The increase of more syncretic approaches to understanding African American religion is not the only development that has altered our understanding of black religion. A more explicit focus on gender has also expanded notions of black religion beyond places where men are the preeminent religious participants and authorities. Admittedly, this is a shift in the scope of African American religion that has taken unnecessarily long to unfold. Critical analyses of black women’s roles within (Christian) sacred spaces were led by the deployment of Alice Walker’s (1983) terminology into the establishment of womanist theology. Jacquelyn Grant, for example, was particularly critical of the invisibility of black women within black theology in her landmark essay “Black Theology and the Black Woman” (1979) and subsequent text White Women’s Christ and Black Women’s Jesus: Feminist Christology and Womanist Response (1989). This intervention, along with Evelyn Brooks Higginbotham’s (1993) extensive historical work on black women’s activism within the Baptist church, led to an extensive scholarly collection on black women’s religious histories that harks back to the powerful narrative of the African Methodist Episcopal church’s first female preacher, Jarena Lee (b. 1783), and has continued into the present. Notably, however, black women’s stories are still largely framed within the context of Christianity. Modern communities of black folks are increasingly turning away from formalized religion. Similarly, female members of the faith (who continue to hold the largest membership within black churches) ruminate aloud, as Eddie Glaude Jr. (2010) did in his (hotly contested) public obituary, whether “the black church is dead.” This suggests that engendered exposés of the confines of black religion and the question of the efficacy of Christianity for black women will continue to be a point of critical reflection.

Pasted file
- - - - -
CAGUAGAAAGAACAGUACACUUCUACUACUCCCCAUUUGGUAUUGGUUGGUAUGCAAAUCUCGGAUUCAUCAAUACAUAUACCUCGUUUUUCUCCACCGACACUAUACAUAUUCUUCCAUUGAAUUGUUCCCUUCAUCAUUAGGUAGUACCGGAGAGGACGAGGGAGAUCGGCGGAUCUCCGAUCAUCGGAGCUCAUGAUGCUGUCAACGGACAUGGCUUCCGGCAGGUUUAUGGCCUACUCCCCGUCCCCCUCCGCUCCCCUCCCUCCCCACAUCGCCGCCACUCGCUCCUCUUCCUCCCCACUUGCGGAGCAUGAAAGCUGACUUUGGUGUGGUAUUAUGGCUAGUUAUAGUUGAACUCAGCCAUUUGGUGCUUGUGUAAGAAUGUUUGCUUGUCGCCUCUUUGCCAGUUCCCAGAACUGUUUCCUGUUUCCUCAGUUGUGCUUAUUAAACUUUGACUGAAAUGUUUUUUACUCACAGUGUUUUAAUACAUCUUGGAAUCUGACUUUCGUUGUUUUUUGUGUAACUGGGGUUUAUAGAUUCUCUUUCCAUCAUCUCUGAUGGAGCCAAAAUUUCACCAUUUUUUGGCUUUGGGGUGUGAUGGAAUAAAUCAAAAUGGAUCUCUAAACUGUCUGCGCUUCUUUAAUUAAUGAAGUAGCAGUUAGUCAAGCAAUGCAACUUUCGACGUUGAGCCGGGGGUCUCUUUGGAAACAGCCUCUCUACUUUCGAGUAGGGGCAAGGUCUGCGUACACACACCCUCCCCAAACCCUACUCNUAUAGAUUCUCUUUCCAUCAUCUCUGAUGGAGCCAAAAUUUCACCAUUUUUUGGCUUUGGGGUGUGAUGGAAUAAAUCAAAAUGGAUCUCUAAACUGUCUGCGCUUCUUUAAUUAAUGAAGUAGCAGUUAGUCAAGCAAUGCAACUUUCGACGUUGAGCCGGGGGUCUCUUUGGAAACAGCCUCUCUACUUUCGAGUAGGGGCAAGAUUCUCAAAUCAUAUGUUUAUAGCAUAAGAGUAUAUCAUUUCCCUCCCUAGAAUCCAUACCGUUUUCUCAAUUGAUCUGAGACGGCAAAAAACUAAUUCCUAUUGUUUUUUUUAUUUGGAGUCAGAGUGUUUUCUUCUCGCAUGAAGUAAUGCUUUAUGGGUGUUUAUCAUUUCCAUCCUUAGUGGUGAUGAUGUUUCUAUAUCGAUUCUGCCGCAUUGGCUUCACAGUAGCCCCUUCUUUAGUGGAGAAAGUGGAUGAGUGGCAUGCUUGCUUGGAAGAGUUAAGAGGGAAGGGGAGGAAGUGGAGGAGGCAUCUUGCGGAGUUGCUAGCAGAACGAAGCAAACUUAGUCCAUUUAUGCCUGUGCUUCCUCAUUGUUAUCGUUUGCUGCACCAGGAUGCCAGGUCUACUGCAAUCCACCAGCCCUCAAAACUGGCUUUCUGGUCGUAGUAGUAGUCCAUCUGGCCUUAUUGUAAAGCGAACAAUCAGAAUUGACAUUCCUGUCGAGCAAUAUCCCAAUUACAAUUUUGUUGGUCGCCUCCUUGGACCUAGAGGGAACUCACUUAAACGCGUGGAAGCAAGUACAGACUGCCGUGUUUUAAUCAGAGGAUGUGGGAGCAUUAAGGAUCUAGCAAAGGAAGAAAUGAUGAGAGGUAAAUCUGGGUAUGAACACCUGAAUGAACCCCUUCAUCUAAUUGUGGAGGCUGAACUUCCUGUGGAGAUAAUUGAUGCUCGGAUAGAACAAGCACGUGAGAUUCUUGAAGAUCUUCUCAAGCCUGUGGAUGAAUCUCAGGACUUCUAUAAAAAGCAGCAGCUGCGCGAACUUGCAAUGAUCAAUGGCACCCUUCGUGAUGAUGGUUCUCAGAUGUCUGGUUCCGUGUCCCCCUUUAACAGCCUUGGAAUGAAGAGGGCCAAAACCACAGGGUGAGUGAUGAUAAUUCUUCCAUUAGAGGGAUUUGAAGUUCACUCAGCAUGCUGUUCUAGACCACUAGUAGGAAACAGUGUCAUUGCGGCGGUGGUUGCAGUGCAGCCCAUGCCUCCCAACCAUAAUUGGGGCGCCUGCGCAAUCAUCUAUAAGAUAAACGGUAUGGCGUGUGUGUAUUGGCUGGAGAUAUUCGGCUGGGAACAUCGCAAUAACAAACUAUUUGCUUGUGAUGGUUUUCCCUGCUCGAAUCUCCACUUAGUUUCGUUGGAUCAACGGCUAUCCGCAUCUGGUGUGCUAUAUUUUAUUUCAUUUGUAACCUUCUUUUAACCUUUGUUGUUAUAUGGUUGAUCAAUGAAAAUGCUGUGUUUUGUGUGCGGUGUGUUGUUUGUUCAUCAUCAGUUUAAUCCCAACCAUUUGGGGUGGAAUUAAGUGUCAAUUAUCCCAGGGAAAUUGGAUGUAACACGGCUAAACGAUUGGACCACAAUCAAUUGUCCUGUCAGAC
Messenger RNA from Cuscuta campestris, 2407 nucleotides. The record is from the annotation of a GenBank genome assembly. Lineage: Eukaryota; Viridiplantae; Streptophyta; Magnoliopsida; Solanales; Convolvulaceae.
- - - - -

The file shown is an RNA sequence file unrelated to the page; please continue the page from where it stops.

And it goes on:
Another important development within African American religion has been an increased focus on the black body and sexuality. This too is a more recent shift within the field, demarcated by the work of Kelly Brown Douglas (1999), Horace L. Griffin (2006), Ashon T. Crawley (2008), and Roger Sneed (2010). The limited focus on the black religious body and its engendered and sexualized manifestations is particularly intriguing considering the role that black corporeality played upon the arrival of blacks in North America. Moreover, the placement of black bodies at the lowest rung of the global racial-­hierarchical ladder has meant that within religion, sacred corporeality has given way to diminishing misperceptions of the black body as deviant and hypersexual. These silences around the black body and black sexuality within religion are diminishing as increased focus on how the body facilitates communication and encounter with the sacred continues to complicate any perceived “normativity” within black religious expression.

These modern shifts in the field come from a long-­standing practice of critiquing the cultural implications of black religion, laid bare in the prolific, scathing critique of black Pentecostalism in James Baldwin’s classic text Go Tell It on the Mountain (1953) and in the less publicized folk practices made infamous by the inimitable griot Zora Neale Hurston in The Sanctified Church (1981) and Tell My Horse: Voodoo Life in Haiti and Jamaica (1990). Black women and gay-­, lesbian-­, queer-­, and transgender-­identified bodies have radically altered our perceptions of the spaces in which black sacred altars are erected. The emergence of womanism and queer and sexuality studies have simultaneously transformed what we now know or think of as African American religion.

To fully understand the connotation of religion within African American studies, then, is not to explore the what or who of black religion but to revel in the why. Even as it is important to understand what African Americans believe and who has contributed to that understanding, knowledge of which religious traditions black folks adhere to and whether they are Christian, Jewish, African, nationalistic, folk, and so on is less meaningful to religion’s place as a keyword. Rather, it is more consequential to comprehend why religion matters in the most rudimentary sense, which is expressly connected to the wrestling between narratives of bondage and narratives of freedom and the black believing bodies that struggle with the agency of choice in a world that frequently deems it as “other.”